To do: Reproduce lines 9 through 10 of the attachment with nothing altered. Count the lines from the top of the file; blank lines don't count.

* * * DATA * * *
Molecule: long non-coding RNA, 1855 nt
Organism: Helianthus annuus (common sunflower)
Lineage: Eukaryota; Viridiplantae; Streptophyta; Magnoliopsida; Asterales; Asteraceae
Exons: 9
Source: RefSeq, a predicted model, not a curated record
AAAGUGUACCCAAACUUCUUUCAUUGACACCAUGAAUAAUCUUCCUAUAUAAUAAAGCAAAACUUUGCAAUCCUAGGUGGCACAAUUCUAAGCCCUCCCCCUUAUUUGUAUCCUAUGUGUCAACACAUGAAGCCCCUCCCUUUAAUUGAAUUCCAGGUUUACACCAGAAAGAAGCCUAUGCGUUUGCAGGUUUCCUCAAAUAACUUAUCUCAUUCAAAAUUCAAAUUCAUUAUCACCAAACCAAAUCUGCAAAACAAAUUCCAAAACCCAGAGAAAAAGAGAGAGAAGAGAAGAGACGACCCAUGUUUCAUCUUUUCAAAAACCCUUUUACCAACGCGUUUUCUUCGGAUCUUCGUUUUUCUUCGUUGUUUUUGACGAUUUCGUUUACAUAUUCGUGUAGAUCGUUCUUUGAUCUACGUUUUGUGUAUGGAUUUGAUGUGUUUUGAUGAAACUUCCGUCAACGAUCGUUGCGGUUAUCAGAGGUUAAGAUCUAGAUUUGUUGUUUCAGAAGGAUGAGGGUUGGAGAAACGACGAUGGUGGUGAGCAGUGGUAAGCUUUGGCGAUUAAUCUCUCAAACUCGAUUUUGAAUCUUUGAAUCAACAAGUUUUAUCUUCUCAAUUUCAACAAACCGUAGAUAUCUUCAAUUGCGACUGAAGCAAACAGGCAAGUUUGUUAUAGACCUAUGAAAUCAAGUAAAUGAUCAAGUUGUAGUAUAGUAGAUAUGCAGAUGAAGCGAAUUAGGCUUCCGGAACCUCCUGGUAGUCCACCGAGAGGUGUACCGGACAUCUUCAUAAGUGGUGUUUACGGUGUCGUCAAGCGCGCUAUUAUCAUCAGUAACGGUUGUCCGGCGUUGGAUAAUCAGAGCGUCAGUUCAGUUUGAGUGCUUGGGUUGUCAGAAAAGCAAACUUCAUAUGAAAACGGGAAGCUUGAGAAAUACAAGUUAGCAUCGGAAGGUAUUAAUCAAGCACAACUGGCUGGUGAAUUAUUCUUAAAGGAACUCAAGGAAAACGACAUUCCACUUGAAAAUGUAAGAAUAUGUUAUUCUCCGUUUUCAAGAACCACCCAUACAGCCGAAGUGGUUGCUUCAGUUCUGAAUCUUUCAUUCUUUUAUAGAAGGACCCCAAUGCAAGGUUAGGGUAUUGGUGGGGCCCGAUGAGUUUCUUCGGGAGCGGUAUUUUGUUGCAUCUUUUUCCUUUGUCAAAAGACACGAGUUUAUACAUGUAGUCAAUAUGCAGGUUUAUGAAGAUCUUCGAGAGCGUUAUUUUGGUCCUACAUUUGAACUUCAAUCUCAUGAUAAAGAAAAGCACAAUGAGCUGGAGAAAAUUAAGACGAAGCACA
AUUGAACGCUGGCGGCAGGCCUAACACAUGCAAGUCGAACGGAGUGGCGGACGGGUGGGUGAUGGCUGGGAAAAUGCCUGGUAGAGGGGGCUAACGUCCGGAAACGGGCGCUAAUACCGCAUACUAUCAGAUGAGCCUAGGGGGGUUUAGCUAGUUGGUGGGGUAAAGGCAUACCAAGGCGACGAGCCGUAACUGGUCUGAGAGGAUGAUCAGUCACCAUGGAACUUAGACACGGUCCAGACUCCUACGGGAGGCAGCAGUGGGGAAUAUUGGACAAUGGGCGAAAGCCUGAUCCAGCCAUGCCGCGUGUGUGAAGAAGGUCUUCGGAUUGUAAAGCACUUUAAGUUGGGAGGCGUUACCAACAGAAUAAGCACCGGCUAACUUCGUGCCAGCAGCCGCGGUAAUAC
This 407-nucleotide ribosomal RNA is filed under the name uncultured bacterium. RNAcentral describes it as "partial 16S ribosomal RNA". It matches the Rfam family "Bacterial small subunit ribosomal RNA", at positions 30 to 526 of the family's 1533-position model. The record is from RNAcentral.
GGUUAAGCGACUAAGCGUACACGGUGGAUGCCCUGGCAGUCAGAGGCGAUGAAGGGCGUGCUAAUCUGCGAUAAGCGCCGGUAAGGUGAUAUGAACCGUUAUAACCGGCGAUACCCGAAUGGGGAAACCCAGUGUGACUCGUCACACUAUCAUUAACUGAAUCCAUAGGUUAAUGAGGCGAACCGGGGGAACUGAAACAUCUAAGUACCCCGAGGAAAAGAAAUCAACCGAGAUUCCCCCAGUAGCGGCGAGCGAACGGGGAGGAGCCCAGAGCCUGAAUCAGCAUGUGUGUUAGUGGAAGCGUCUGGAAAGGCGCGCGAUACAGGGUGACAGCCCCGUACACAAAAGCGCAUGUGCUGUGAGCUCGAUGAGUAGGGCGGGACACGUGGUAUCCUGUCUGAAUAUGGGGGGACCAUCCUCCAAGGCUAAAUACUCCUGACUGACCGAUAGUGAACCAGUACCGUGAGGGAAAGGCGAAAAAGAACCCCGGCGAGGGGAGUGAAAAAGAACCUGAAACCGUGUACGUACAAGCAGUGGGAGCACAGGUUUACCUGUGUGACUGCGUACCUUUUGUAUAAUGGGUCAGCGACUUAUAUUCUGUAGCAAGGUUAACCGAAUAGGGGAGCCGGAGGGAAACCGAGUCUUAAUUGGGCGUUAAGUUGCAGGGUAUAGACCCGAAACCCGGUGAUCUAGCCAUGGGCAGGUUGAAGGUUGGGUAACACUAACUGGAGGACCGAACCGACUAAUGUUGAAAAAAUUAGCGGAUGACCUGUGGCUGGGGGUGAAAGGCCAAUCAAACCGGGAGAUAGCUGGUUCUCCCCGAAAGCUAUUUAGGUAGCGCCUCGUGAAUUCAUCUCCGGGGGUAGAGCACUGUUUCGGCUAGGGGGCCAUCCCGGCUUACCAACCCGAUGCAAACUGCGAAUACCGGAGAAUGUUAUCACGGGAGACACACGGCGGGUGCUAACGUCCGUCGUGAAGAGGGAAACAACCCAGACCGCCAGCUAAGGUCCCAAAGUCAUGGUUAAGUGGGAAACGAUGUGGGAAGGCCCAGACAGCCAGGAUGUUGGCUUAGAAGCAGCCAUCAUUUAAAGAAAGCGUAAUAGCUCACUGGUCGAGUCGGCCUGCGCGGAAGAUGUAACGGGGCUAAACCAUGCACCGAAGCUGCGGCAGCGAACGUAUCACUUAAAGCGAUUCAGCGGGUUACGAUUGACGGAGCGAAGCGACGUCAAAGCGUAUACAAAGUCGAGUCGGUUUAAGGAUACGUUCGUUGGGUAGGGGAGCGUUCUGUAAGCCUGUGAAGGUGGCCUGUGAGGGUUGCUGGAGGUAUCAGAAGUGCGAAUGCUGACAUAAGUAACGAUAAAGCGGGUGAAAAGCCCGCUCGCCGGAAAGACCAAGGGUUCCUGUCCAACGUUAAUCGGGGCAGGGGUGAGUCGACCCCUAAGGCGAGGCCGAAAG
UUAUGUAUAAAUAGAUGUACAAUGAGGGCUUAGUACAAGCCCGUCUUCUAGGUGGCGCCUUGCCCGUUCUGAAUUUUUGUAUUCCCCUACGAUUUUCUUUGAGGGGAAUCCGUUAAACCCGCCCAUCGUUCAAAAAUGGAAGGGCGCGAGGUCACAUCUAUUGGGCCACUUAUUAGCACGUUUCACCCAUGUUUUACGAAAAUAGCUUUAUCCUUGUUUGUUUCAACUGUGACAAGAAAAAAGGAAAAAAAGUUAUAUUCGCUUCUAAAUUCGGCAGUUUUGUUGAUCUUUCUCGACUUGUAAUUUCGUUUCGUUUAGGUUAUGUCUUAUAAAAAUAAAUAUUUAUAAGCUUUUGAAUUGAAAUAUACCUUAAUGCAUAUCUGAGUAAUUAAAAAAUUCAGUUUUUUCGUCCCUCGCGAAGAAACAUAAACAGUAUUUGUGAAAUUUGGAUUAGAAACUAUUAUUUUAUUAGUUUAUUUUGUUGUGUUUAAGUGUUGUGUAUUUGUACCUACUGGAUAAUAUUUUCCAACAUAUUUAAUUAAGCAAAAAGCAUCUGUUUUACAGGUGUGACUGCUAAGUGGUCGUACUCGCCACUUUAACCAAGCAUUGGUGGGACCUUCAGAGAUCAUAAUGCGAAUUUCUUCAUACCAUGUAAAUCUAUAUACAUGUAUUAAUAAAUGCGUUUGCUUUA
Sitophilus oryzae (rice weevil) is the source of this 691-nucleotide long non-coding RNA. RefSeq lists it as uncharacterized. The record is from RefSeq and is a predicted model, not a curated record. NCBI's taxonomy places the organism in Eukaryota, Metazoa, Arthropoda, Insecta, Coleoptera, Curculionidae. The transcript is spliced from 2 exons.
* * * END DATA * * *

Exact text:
GGUUAAGCGACUAAGCGUACACGGUGGAUGCCCUGGCAGUCAGAGGCGAUGAAGGGCGUGCUAAUCUGCGAUAAGCGCCGGUAAGGUGAUAUGAACCGUUAUAACCGGCGAUACCCGAAUGGGGAAACCCAGUGUGACUCGUCACACUAUCAUUAACUGAAUCCAUAGGUUAAUGAGGCGAACCGGGGGAACUGAAACAUCUAAGUACCCCGAGGAAAAGAAAUCAACCGAGAUUCCCCCAGUAGCGGCGAGCGAACGGGGAGGAGCCCAGAGCCUGAAUCAGCAUGUGUGUUAGUGGAAGCGUCUGGAAAGGCGCGCGAUACAGGGUGACAGCCCCGUACACAAAAGCGCAUGUGCUGUGAGCUCGAUGAGUAGGGCGGGACACGUGGUAUCCUGUCUGAAUAUGGGGGGACCAUCCUCCAAGGCUAAAUACUCCUGACUGACCGAUAGUGAACCAGUACCGUGAGGGAAAGGCGAAAAAGAACCCCGGCGAGGGGAGUGAAAAAGAACCUGAAACCGUGUACGUACAAGCAGUGGGAGCACAGGUUUACCUGUGUGACUGCGUACCUUUUGUAUAAUGGGUCAGCGACUUAUAUUCUGUAGCAAGGUUAACCGAAUAGGGGAGCCGGAGGGAAACCGAGUCUUAAUUGGGCGUUAAGUUGCAGGGUAUAGACCCGAAACCCGGUGAUCUAGCCAUGGGCAGGUUGAAGGUUGGGUAACACUAACUGGAGGACCGAACCGACUAAUGUUGAAAAAAUUAGCGGAUGACCUGUGGCUGGGGGUGAAAGGCCAAUCAAACCGGGAGAUAGCUGGUUCUCCCCGAAAGCUAUUUAGGUAGCGCCUCGUGAAUUCAUCUCCGGGGGUAGAGCACUGUUUCGGCUAGGGGGCCAUCCCGGCUUACCAACCCGAUGCAAACUGCGAAUACCGGAGAAUGUUAUCACGGGAGACACACGGCGGGUGCUAACGUCCGUCGUGAAGAGGGAAACAACCCAGACCGCCAGCUAAGGUCCCAAAGUCAUGGUUAAGUGGGAAACGAUGUGGGAAGGCCCAGACAGCCAGGAUGUUGGCUUAGAAGCAGCCAUCAUUUAAAGAAAGCGUAAUAGCUCACUGGUCGAGUCGGCCUGCGCGGAAGAUGUAACGGGGCUAAACCAUGCACCGAAGCUGCGGCAGCGAACGUAUCACUUAAAGCGAUUCAGCGGGUUACGAUUGACGGAGCGAAGCGACGUCAAAGCGUAUACAAAGUCGAGUCGGUUUAAGGAUACGUUCGUUGGGUAGGGGAGCGUUCUGUAAGCCUGUGAAGGUGGCCUGUGAGGGUUGCUGGAGGUAUCAGAAGUGCGAAUGCUGACAUAAGUAACGAUAAAGCGGGUGAAAAGCCCGCUCGCCGGAAAGACCAAGGGUUCCUGUCCAACGUUAAUCGGGGCAGGGGUGAGUCGACCCCUAAGGCGAGGCCGAAAG
UUAUGUAUAAAUAGAUGUACAAUGAGGGCUUAGUACAAGCCCGUCUUCUAGGUGGCGCCUUGCCCGUUCUGAAUUUUUGUAUUCCCCUACGAUUUUCUUUGAGGGGAAUCCGUUAAACCCGCCCAUCGUUCAAAAAUGGAAGGGCGCGAGGUCACAUCUAUUGGGCCACUUAUUAGCACGUUUCACCCAUGUUUUACGAAAAUAGCUUUAUCCUUGUUUGUUUCAACUGUGACAAGAAAAAAGGAAAAAAAGUUAUAUUCGCUUCUAAAUUCGGCAGUUUUGUUGAUCUUUCUCGACUUGUAAUUUCGUUUCGUUUAGGUUAUGUCUUAUAAAAAUAAAUAUUUAUAAGCUUUUGAAUUGAAAUAUACCUUAAUGCAUAUCUGAGUAAUUAAAAAAUUCAGUUUUUUCGUCCCUCGCGAAGAAACAUAAACAGUAUUUGUGAAAUUUGGAUUAGAAACUAUUAUUUUAUUAGUUUAUUUUGUUGUGUUUAAGUGUUGUGUAUUUGUACCUACUGGAUAAUAUUUUCCAACAUAUUUAAUUAAGCAAAAAGCAUCUGUUUUACAGGUGUGACUGCUAAGUGGUCGUACUCGCCACUUUAACCAAGCAUUGGUGGGACCUUCAGAGAUCAUAAUGCGAAUUUCUUCAUACCAUGUAAAUCUAUAUACAUGUAUUAAUAAAUGCGUUUGCUUUA